I don’t know what it is, but it’s weird and pissed off. — from the movie The Thing (Kevin’s favorite quotation, according to his Facebook page)
One of my Facebook friends has logged off. For good. I use the term “Facebook friend” because he didn’t quite fit into my definition of “friend” or “acquaintance.” Friends are people you call or text on the phone. Acquaintances are those with whom you have a passing familiarity, someone whose name you know, whom you might run into and chat with at an event, but not a person with whom you keep in touch. With Facebook friends, you’re in constant contact — they know more about your day-to-day life than any real-life friend (who’s not also on Facebook).
I’d met Kevin in person, once. He let me play with his iPad while sitting at the bar at Ono Sushi. We knew of each other through mutual friends, and I’d been to a few of his Comic-Con parties. But it was only after I added him on Facebook that I began to learn more about the man: where he went to high school and that he was into the band Daft Punk, the book Game of Thrones, and the movie Blade Runner.
I was barely aware that he’d stopped commenting on my posts — friend activity online has always ebbed and flowed to the pull of real life. It was the sudden increase of activity on Kevin’s page that alerted me to his failing health.
Anytime a friend is “tagged” in a photo on Facebook, it appears on my home page. One day in late November I logged on to see that Kevin had been tagged several times by a page called “Get Well Kevin.” I followed the link to the community page, where a note explained that Kevin had been admitted to the hospital, that doctors weren’t sure what was wrong, but that he was stable. I didn’t know who was writing the updates — a family member, friend, or even coworker (Kevin was a veteran Qualcomm employee and close with his colleagues).
In the info section on the page was posted, “Since it’s 2010 and Get Well Cards are well…so last year, we have created this Get Well Kevin site for friends and family to post their get well wishes…. We will also try to put updates when we know them on here.” I clicked “like” to join the more than 700 people who wanted to offer Kevin moral support and keep tabs on his status.
A few weeks later, I noticed an update on my home page. It read, “Unfortunately, the news is not very good. However, neither is it all bad.” The note went on to explain that Kevin had swelling around his brain and was in a coma.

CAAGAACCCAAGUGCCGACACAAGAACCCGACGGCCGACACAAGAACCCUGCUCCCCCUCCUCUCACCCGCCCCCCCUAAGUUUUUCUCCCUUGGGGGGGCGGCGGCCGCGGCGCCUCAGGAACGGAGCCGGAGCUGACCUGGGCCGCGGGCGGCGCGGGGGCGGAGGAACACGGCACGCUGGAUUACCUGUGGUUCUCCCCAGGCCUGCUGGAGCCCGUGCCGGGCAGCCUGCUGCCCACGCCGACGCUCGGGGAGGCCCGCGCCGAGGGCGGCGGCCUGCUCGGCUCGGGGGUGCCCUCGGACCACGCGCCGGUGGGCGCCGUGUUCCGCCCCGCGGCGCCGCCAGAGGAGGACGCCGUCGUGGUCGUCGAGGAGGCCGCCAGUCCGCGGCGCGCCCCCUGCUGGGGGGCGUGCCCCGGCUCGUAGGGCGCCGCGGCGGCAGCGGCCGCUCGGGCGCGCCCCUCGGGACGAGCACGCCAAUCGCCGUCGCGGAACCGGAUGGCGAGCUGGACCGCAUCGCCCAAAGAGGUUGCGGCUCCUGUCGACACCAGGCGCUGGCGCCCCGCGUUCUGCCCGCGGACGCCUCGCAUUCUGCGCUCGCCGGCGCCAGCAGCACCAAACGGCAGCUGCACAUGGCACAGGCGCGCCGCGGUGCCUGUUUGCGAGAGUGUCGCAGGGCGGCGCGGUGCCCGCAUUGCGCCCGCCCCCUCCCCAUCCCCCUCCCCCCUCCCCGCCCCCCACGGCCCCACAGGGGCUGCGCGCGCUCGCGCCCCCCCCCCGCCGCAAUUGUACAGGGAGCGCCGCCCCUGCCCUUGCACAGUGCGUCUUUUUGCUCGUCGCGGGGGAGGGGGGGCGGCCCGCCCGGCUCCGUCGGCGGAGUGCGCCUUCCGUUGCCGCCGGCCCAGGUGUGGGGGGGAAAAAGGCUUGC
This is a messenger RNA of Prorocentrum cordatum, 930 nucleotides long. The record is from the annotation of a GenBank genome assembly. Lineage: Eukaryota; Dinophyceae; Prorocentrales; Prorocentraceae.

Days after that news, another note was added: “We are sad to report that Kevin’s condition has taken a turn for the worse.” It went on to describe specific issues, such as multiple organ failure and internal bleeding. This was terrible news, but my lack of a personal relationship with Kevin served as an emotional buffer. I processed the information as I would any tragic story I come across online — in more of a “Man, that sucks” than an “I need to go have a moment” sort of way.
The update itself didn’t strike me as much as the reaction of Kevin’s other Facebook friends. Forty-five people had “liked” the note. Until that moment, I thought clicking on the little thumbs-up icon was reserved for actually “liking” something, such as a funny link or a witty status update. I could only imagine that these people were “liking” the tone of the note or maybe the part at the end where the author suggested friends “laugh, crack a joke, a smile — whatever, in honor of Kevin.” It couldn’t have been the part that read, “Chances of recovery are extremely slim.”
Four days later, “Get Well Kevin” posted a note titled “Loss of Kevin.” It was a beautifully written eulogy typed by someone named Norm. As if they were raising their flickering lighters at the end of a concert, 45 people “liked” the announcement of Kevin’s passing. This I could not understand.
In the days that followed Kevin’s death, my home page was flooded with pictures of him. Their newness was eerie in the smoke of his extinguished candle. The “Get Well Kevin” page was transformed into a living memorial, a place where people continued to post their memories of the man they were lightheartedly teasing for being sick a month earlier.
Comments such as “I keep expecting him to call or message me like he has every day for years” were a reminder to me that Kevin was a friend I never had and therefore couldn’t lose. I couldn’t help noticing that I became more emotional over the comments of those who had known Kevin than I did at the news of his passing.
The strangest thing about the loss of my Facebook friend was that nothing of my experience with him had really changed. The virtual Kevin I knew still existed. He was still being tagged in photos, so he continued to pop up on my home page. His personal profile was still active: his phone number, his email address. How could he be gone when his contact information was right there, where it had always been? With the help of the internet, Kevin’s photos, his work, his interests, his comments, and notes remain in a world he has left.
The only way I know how to say goodbye, to accept his loss, let go and move on, is to click the link on his page that reads, “Unfriend.” Fortunately, notifications of unfriending do not appear on any page, so no one will have the opportunity to “like” my farewell to my Facebook friend.